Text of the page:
Lorenzo Woodson, who grew up in extreme poverty, has earned a doctorate degree in Human Services/Counseling and is a clinical practitioner specializing in Autism, spectrum disorders, trauma, etc. He is a behavior specialist licensed by the Pennsylvania Board of Medicine as well as a mobile therapist.

by Len Lear

Every decent person loves a story about someone overcoming huge obstacles, deprivation, poverty, abuse, etc., to become a success not only for himself but in enabling him to help other people. I do not think I have across a better example of this uplifting phenomenon than Lorenzo Woodson, 55, a longtime resident of Germantown and columnist for the N.W. Philly Local. (That is not the Chestnut Hill Local.)

Earning a doctorate degree in any field, as Woodson, 55, did in 2017 (Walden University in Minnesota, a Doctorate of Philosophy with a Concentration in Human Services/Counseling), takes many years of hard work, financial expense, personal sacrifices of all sorts and intellectual acumen, which make it an even more astonishing achievement for Woodson, considering the horrific abuse and neglect that surrounded his early life.

Woodson was the fourth male out of six children, born Feb. 22, 1964, to Claudel Anderson and Charles Woodson.

“To this day I am not sure who my biological father is,” he said. “It was the Catholic Archdiocese that told me later in life that they thought I was born in Philadelphia. They were the social service agency that placed me in foster care in 1968. As an infant, much of my time was spent alone, hungry and dirty with no responsible adult around.

“I recall living in several different places in Philly. I would spend a couple of days with my grandmother before she would begin arguing with my mother for being irresponsible and neglectful of her children. My mother would get angry and take me with her, leaving us alone for days while she did whatever it is that she did. As an adult, I never got the chance to see her before she passed on. I don’t recall receiving much positive attention from my mother.

“As for my alleged father, there was no visual, emotional or physical attention. In fact, I do not recall seeing him at all. While in foster care, I did receive birthday cards with money in them. Usually they would be delivered by a social worker. The cards would say from Charles Woodson, never using the word dad. As a toddler, I recall seeing many different men with my mother, but none of them ever showed me attention. The result was my disbelief about who my father really was.

“At 3 years of age, I recall living in a house that was dirty, infested with roaches and mice, and the bathroom was always filthy. There was no food in the cupboard, and strangers were always walking through the house. The front and back doors were always unlocked and open. I remember my sister and I were left alone most of the time.

“Once when she was about 2, it felt like we had been left for several days without food. I was very hungry and remember going through a drawer in my mother’s room. The only thing I found was cocoa butter, which I did eat. I even began lighting matches for what reason I cannot recall, but thank God we did not set the house on fire.”

Despite these mountain-sized obstacles placed in his path, Woodson managed to graduate from Delaware Valley Preparatory High School in 1982, Community College of Philadelphia in 1987 with an Associate Degree in General Studies, Lincoln University in 1989 with a B.S. In Early Childhood Education, Lincoln University in 2009 with a Master’s Degree in Human Services (Counseling) and Walden University in Minneapolis, Minnesota, with a Doctorate of Philosophy (concentration in Human Services/Counseling) in 2017.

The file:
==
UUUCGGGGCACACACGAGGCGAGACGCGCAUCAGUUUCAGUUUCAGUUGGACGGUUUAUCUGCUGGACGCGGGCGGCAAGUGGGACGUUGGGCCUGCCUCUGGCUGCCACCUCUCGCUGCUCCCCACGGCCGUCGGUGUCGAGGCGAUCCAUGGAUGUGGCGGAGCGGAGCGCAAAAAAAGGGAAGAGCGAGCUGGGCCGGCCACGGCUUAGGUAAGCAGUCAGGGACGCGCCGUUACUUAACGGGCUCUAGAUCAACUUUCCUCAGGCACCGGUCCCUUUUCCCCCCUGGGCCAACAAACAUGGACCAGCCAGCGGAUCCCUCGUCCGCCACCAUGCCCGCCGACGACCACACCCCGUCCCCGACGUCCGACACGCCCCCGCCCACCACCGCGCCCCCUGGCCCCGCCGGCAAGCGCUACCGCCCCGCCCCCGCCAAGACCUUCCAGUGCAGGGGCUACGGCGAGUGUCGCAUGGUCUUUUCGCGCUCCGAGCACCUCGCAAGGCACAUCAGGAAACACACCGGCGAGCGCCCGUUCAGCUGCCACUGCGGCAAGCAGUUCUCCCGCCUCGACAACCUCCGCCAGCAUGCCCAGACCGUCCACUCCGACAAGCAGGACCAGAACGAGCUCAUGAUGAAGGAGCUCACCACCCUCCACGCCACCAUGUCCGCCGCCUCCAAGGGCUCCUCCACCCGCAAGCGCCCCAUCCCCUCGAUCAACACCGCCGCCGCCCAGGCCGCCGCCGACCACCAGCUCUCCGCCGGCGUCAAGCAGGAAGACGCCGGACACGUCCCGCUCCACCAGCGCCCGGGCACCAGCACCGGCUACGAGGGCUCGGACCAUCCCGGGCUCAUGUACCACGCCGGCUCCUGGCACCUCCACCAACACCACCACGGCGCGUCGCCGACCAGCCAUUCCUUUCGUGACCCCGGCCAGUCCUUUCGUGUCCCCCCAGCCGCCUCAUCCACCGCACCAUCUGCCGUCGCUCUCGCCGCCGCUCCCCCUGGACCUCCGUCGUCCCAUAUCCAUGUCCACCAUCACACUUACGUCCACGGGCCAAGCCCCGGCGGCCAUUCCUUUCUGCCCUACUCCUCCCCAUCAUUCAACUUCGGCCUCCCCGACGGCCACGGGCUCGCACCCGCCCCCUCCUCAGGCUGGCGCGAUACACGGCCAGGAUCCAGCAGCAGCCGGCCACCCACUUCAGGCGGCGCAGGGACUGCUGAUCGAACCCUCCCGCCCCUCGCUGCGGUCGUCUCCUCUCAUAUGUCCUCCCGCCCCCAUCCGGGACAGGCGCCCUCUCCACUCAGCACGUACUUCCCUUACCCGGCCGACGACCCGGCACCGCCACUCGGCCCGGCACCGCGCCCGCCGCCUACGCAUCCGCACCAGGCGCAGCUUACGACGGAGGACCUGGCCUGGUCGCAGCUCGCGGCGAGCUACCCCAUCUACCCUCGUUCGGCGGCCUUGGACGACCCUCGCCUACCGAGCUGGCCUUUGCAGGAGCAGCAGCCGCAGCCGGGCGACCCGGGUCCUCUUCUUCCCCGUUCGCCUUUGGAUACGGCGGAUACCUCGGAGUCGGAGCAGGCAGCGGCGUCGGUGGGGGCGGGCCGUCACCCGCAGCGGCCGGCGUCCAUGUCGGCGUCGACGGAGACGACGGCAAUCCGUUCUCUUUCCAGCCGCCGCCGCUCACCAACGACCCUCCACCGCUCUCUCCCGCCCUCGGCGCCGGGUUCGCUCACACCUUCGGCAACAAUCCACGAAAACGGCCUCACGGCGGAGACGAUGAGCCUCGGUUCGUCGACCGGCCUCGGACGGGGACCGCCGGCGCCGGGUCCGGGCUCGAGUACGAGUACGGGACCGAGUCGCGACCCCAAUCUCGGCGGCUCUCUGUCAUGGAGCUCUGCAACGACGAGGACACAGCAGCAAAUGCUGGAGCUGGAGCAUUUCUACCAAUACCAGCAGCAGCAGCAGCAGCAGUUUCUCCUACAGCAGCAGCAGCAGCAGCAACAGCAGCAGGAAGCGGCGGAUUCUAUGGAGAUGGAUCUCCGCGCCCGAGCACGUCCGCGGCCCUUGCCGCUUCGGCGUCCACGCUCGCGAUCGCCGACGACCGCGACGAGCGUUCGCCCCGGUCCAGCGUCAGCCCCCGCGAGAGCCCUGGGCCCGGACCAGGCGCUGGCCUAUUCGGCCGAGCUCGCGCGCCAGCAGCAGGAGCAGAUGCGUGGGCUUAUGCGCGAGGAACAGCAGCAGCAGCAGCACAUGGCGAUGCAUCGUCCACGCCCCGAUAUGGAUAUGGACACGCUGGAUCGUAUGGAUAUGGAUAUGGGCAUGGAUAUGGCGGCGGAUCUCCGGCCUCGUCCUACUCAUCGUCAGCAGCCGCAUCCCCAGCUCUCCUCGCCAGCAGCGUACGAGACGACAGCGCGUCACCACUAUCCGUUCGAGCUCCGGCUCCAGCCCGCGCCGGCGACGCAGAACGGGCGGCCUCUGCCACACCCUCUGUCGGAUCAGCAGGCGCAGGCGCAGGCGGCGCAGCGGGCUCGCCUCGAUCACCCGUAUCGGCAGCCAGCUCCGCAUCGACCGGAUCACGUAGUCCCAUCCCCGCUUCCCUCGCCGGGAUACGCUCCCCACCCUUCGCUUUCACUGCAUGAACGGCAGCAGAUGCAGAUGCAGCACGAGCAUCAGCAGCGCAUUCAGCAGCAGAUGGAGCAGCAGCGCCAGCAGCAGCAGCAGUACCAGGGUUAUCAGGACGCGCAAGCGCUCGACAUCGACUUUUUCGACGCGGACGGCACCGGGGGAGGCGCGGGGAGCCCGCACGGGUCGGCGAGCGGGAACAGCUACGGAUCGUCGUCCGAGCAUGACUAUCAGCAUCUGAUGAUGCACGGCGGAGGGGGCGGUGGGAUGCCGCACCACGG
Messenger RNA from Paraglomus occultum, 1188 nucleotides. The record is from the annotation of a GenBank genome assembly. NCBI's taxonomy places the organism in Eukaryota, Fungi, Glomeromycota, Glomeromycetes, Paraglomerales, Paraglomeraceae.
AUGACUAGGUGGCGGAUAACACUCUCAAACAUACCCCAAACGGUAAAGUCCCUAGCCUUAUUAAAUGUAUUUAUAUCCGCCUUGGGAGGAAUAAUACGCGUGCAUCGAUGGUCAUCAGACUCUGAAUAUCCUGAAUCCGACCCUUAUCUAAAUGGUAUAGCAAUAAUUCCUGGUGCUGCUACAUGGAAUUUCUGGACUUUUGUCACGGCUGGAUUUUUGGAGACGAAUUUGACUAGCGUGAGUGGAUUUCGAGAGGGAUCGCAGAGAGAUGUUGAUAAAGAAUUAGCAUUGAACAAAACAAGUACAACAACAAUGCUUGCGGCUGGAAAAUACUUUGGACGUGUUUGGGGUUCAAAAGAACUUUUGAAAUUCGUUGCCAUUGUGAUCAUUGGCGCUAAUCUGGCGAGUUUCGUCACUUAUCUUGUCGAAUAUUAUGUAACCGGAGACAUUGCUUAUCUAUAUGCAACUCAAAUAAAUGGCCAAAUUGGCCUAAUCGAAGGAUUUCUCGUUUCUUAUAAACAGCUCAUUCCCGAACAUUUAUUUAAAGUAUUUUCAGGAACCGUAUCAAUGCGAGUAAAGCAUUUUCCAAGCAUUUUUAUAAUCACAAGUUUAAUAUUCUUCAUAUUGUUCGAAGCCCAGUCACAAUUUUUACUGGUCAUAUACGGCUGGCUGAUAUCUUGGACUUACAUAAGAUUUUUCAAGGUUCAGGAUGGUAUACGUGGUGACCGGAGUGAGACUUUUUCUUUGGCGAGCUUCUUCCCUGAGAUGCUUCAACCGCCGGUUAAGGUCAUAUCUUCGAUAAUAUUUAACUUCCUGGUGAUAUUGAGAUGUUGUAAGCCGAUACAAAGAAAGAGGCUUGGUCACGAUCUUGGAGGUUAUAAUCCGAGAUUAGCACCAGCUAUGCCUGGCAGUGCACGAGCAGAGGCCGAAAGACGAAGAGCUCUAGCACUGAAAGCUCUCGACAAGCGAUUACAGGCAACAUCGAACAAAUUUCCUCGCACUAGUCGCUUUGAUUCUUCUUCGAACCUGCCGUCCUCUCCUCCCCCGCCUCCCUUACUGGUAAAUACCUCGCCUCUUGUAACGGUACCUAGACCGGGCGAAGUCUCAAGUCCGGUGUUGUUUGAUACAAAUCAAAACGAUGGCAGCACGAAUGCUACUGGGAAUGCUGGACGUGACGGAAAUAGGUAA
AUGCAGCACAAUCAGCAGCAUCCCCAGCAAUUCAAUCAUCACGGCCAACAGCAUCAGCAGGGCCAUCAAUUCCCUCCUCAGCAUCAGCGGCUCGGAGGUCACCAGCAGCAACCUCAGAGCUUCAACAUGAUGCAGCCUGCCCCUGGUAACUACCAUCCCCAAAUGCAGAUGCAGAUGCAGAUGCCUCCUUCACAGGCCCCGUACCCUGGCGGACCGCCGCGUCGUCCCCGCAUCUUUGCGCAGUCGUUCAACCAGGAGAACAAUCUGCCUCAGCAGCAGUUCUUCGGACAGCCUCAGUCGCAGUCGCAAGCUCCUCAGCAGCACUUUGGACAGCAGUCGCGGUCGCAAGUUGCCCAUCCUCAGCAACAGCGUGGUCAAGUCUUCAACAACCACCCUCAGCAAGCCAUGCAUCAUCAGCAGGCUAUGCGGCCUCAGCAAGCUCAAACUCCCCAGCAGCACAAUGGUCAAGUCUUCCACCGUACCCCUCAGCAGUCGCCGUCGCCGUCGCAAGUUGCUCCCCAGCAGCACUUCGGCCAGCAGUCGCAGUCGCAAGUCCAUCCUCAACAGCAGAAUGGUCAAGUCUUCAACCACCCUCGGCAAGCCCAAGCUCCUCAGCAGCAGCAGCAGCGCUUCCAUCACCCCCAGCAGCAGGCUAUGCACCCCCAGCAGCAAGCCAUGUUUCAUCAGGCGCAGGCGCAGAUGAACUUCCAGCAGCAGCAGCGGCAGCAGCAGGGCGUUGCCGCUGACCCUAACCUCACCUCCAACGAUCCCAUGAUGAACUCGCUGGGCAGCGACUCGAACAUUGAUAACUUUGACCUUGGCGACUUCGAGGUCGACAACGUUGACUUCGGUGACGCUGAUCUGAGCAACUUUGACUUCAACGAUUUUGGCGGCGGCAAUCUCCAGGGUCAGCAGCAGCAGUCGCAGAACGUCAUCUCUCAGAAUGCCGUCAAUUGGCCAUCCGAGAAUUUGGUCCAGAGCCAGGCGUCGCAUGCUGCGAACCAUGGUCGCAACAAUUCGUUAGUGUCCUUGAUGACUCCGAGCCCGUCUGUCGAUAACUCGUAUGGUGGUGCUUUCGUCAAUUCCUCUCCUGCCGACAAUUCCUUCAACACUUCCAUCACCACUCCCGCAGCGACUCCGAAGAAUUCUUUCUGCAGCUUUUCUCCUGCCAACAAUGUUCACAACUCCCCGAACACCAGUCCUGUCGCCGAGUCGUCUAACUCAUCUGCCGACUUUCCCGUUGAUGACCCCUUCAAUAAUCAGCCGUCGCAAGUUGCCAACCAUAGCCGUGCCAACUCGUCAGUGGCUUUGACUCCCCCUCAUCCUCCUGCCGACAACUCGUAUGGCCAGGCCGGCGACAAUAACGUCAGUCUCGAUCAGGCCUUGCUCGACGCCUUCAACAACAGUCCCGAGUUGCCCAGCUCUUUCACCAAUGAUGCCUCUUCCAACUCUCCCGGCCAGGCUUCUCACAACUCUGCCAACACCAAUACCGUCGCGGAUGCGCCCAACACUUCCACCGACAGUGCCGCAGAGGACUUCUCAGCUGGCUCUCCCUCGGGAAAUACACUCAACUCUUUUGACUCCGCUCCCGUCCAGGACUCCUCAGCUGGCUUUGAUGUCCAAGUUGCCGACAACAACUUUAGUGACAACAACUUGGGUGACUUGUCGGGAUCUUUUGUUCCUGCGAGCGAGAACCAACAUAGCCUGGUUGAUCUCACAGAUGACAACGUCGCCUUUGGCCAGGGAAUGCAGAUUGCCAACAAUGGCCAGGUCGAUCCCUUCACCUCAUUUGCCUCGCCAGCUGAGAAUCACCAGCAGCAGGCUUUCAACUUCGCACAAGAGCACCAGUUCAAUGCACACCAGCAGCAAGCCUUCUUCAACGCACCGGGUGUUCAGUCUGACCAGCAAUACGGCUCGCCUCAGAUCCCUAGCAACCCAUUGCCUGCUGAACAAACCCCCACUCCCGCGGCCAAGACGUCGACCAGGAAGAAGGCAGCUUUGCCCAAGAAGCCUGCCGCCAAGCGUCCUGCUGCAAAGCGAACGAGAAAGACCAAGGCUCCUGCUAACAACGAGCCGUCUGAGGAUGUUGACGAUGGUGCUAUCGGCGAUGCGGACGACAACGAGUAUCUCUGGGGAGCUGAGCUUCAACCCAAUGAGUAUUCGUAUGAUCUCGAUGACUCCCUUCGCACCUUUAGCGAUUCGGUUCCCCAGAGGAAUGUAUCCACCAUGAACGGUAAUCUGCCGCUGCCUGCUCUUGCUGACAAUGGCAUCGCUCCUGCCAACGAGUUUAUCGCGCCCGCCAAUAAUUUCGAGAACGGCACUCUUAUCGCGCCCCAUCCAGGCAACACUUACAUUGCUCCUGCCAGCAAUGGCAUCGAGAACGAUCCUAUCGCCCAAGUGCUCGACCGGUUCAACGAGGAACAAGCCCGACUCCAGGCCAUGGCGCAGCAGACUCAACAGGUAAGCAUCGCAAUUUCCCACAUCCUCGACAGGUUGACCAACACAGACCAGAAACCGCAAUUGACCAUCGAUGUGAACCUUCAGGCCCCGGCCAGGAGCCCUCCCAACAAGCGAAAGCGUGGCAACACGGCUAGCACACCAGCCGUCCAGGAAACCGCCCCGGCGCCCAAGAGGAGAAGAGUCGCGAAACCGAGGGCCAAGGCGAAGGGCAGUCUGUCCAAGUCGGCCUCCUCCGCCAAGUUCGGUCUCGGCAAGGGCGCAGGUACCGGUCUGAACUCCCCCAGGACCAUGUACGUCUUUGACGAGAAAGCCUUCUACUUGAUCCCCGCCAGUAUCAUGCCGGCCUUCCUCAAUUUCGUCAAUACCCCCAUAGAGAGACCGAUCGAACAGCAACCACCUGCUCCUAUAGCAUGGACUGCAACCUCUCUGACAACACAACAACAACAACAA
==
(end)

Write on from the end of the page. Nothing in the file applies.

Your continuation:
The subject of Woodson’s doctoral dissertation was “Teacher and Student Demographic Variables Which Predict Teacher Referrals of Males for Special Education Evaluation.”

What is it that has enabled Woodson to overcome a horrific childhood and achieve such a remarkable transformation?

“An internal fear of failure and being alone instilled in me a sense of self-determination and grit,” he said. “Many failures taught me to listen, watch and learn from my mistakes, and through this process I developed a keen sense of intuitive intelligence and emotional intelligence. I was able to apply my life lessons and failures in a positive way to improve my thinking and actions … I turned the negative experiences that produced anger and abandonment in my childhood situation into the pursuit of education, which I was determined to achieve my way and give me an independent livelihood.”

Since 2013, Woodson has been the CEO of the Educational & Behavioral Consulting Services, LLC, which provides treatment plans for improving skill deficits or behavioral challenges for children and adults diagnosed with Autism Spectrum Disorder/developmental disabilities. They have provided occupational and speech therapy and more for special needs children in numerous schools in Philadelphia and Montgomery County.

With all of his experiences with young people today, Woodson is actually optimistic about their future.

“I see younger folk learning the truth about other cultures,” he said, “which allows for empathy and activism when they see adults fermenting old stereotypes and distorted worldviews about their friends. There is a new generation emerging, and it is much more humane, with many knowledge seekers and change agents. Many adults like to think of these times as dark and scary while thinking young folk do not have what it takes to run the world. But this is far from the truth; we should not demonize the children of today.”

Len Lear can be reached at lenlear@chestnuthilllocal.com

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